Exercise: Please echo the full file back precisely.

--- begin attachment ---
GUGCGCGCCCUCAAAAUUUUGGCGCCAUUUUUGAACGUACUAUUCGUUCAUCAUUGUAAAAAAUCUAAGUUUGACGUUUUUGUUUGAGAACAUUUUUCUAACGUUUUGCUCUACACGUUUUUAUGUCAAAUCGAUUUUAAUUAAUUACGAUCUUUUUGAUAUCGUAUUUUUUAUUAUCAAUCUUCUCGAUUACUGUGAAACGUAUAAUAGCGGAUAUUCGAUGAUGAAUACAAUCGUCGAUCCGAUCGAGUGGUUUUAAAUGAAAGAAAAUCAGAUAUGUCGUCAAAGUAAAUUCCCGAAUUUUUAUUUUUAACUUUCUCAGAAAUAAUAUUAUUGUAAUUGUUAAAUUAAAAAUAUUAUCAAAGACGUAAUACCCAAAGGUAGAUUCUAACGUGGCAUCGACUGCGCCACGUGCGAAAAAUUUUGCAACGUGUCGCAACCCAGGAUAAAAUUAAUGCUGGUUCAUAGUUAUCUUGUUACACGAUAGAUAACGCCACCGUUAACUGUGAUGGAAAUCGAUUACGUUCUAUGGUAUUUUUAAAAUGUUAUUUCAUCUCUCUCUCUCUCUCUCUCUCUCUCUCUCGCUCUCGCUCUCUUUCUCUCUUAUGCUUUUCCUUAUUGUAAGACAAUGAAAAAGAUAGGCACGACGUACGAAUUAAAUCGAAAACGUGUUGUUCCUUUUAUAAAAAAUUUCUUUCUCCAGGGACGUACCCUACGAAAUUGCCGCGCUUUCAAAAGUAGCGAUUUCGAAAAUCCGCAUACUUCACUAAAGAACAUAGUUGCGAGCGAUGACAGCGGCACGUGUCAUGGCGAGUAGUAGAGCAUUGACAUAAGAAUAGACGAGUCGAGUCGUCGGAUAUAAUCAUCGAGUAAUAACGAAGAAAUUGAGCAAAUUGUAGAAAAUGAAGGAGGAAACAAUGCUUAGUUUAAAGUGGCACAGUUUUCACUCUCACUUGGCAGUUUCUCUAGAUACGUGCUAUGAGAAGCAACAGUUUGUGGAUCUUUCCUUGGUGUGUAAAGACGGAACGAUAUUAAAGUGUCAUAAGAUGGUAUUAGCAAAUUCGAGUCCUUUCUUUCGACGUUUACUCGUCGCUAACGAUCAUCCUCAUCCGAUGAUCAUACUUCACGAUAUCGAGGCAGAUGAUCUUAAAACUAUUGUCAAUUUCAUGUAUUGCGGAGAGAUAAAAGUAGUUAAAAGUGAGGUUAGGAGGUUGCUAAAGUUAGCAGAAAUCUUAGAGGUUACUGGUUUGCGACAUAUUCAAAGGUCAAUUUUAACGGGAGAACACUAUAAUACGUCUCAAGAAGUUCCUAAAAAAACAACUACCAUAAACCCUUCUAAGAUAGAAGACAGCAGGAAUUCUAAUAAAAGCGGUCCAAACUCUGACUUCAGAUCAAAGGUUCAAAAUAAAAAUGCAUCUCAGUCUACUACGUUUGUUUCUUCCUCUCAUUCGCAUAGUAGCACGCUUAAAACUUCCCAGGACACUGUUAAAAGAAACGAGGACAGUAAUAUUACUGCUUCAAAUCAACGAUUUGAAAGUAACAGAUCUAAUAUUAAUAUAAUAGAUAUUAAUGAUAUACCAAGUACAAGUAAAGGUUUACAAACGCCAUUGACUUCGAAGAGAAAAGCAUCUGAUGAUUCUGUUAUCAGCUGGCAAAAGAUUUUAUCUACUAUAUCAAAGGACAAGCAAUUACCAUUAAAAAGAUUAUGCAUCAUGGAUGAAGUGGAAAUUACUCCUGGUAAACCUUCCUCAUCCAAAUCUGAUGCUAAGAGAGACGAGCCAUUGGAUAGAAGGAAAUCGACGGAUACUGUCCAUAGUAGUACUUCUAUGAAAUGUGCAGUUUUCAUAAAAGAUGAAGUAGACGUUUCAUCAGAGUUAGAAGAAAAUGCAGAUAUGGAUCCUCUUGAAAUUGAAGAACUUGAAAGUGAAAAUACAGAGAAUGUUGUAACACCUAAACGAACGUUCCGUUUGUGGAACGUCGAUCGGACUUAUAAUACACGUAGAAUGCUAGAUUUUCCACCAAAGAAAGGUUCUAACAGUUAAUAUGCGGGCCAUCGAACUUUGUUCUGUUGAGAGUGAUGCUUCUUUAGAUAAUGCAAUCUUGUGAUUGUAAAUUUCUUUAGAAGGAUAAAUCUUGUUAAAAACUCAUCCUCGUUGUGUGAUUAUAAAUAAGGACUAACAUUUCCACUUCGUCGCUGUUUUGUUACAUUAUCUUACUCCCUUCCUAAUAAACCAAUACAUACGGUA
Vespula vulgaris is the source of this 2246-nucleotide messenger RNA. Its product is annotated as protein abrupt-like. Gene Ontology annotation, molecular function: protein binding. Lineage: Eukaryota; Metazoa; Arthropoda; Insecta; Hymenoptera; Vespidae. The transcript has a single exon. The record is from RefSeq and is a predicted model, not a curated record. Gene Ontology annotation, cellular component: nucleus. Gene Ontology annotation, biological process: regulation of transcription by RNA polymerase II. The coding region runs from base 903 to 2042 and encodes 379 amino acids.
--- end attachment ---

GUGCGCGCCCUCAAAAUUUUGGCGCCAUUUUUGAACGUACUAUUCGUUCAUCAUUGUAAAAAAUCUAAGUUUGACGUUUUUGUUUGAGAACAUUUUUCUAACGUUUUGCUCUACACGUUUUUAUGUCAAAUCGAUUUUAAUUAAUUACGAUCUUUUUGAUAUCGUAUUUUUUAUUAUCAAUCUUCUCGAUUACUGUGAAACGUAUAAUAGCGGAUAUUCGAUGAUGAAUACAAUCGUCGAUCCGAUCGAGUGGUUUUAAAUGAAAGAAAAUCAGAUAUGUCGUCAAAGUAAAUUCCCGAAUUUUUAUUUUUAACUUUCUCAGAAAUAAUAUUAUUGUAAUUGUUAAAUUAAAAAUAUUAUCAAAGACGUAAUACCCAAAGGUAGAUUCUAACGUGGCAUCGACUGCGCCACGUGCGAAAAAUUUUGCAACGUGUCGCAACCCAGGAUAAAAUUAAUGCUGGUUCAUAGUUAUCUUGUUACACGAUAGAUAACGCCACCGUUAACUGUGAUGGAAAUCGAUUACGUUCUAUGGUAUUUUUAAAAUGUUAUUUCAUCUCUCUCUCUCUCUCUCUCUCUCUCUCUCGCUCUCGCUCUCUUUCUCUCUUAUGCUUUUCCUUAUUGUAAGACAAUGAAAAAGAUAGGCACGACGUACGAAUUAAAUCGAAAACGUGUUGUUCCUUUUAUAAAAAAUUUCUUUCUCCAGGGACGUACCCUACGAAAUUGCCGCGCUUUCAAAAGUAGCGAUUUCGAAAAUCCGCAUACUUCACUAAAGAACAUAGUUGCGAGCGAUGACAGCGGCACGUGUCAUGGCGAGUAGUAGAGCAUUGACAUAAGAAUAGACGAGUCGAGUCGUCGGAUAUAAUCAUCGAGUAAUAACGAAGAAAUUGAGCAAAUUGUAGAAAAUGAAGGAGGAAACAAUGCUUAGUUUAAAGUGGCACAGUUUUCACUCUCACUUGGCAGUUUCUCUAGAUACGUGCUAUGAGAAGCAACAGUUUGUGGAUCUUUCCUUGGUGUGUAAAGACGGAACGAUAUUAAAGUGUCAUAAGAUGGUAUUAGCAAAUUCGAGUCCUUUCUUUCGACGUUUACUCGUCGCUAACGAUCAUCCUCAUCCGAUGAUCAUACUUCACGAUAUCGAGGCAGAUGAUCUUAAAACUAUUGUCAAUUUCAUGUAUUGCGGAGAGAUAAAAGUAGUUAAAAGUGAGGUUAGGAGGUUGCUAAAGUUAGCAGAAAUCUUAGAGGUUACUGGUUUGCGACAUAUUCAAAGGUCAAUUUUAACGGGAGAACACUAUAAUACGUCUCAAGAAGUUCCUAAAAAAACAACUACCAUAAACCCUUCUAAGAUAGAAGACAGCAGGAAUUCUAAUAAAAGCGGUCCAAACUCUGACUUCAGAUCAAAGGUUCAAAAUAAAAAUGCAUCUCAGUCUACUACGUUUGUUUCUUCCUCUCAUUCGCAUAGUAGCACGCUUAAAACUUCCCAGGACACUGUUAAAAGAAACGAGGACAGUAAUAUUACUGCUUCAAAUCAACGAUUUGAAAGUAACAGAUCUAAUAUUAAUAUAAUAGAUAUUAAUGAUAUACCAAGUACAAGUAAAGGUUUACAAACGCCAUUGACUUCGAAGAGAAAAGCAUCUGAUGAUUCUGUUAUCAGCUGGCAAAAGAUUUUAUCUACUAUAUCAAAGGACAAGCAAUUACCAUUAAAAAGAUUAUGCAUCAUGGAUGAAGUGGAAAUUACUCCUGGUAAACCUUCCUCAUCCAAAUCUGAUGCUAAGAGAGACGAGCCAUUGGAUAGAAGGAAAUCGACGGAUACUGUCCAUAGUAGUACUUCUAUGAAAUGUGCAGUUUUCAUAAAAGAUGAAGUAGACGUUUCAUCAGAGUUAGAAGAAAAUGCAGAUAUGGAUCCUCUUGAAAUUGAAGAACUUGAAAGUGAAAAUACAGAGAAUGUUGUAACACCUAAACGAACGUUCCGUUUGUGGAACGUCGAUCGGACUUAUAAUACACGUAGAAUGCUAGAUUUUCCACCAAAGAAAGGUUCUAACAGUUAAUAUGCGGGCCAUCGAACUUUGUUCUGUUGAGAGUGAUGCUUCUUUAGAUAAUGCAAUCUUGUGAUUGUAAAUUUCUUUAGAAGGAUAAAUCUUGUUAAAAACUCAUCCUCGUUGUGUGAUUAUAAAUAAGGACUAACAUUUCCACUUCGUCGCUGUUUUGUUACAUUAUCUUACUCCCUUCCUAAUAAACCAAUACAUACGGUA
Vespula vulgaris is the source of this 2246-nucleotide messenger RNA. Its product is annotated as protein abrupt-like. Gene Ontology annotation, molecular function: protein binding. Lineage: Eukaryota; Metazoa; Arthropoda; Insecta; Hymenoptera; Vespidae. The transcript has a single exon. The record is from RefSeq and is a predicted model, not a curated record. Gene Ontology annotation, cellular component: nucleus. Gene Ontology annotation, biological process: regulation of transcription by RNA polymerase II. The coding region runs from base 903 to 2042 and encodes 379 amino acids.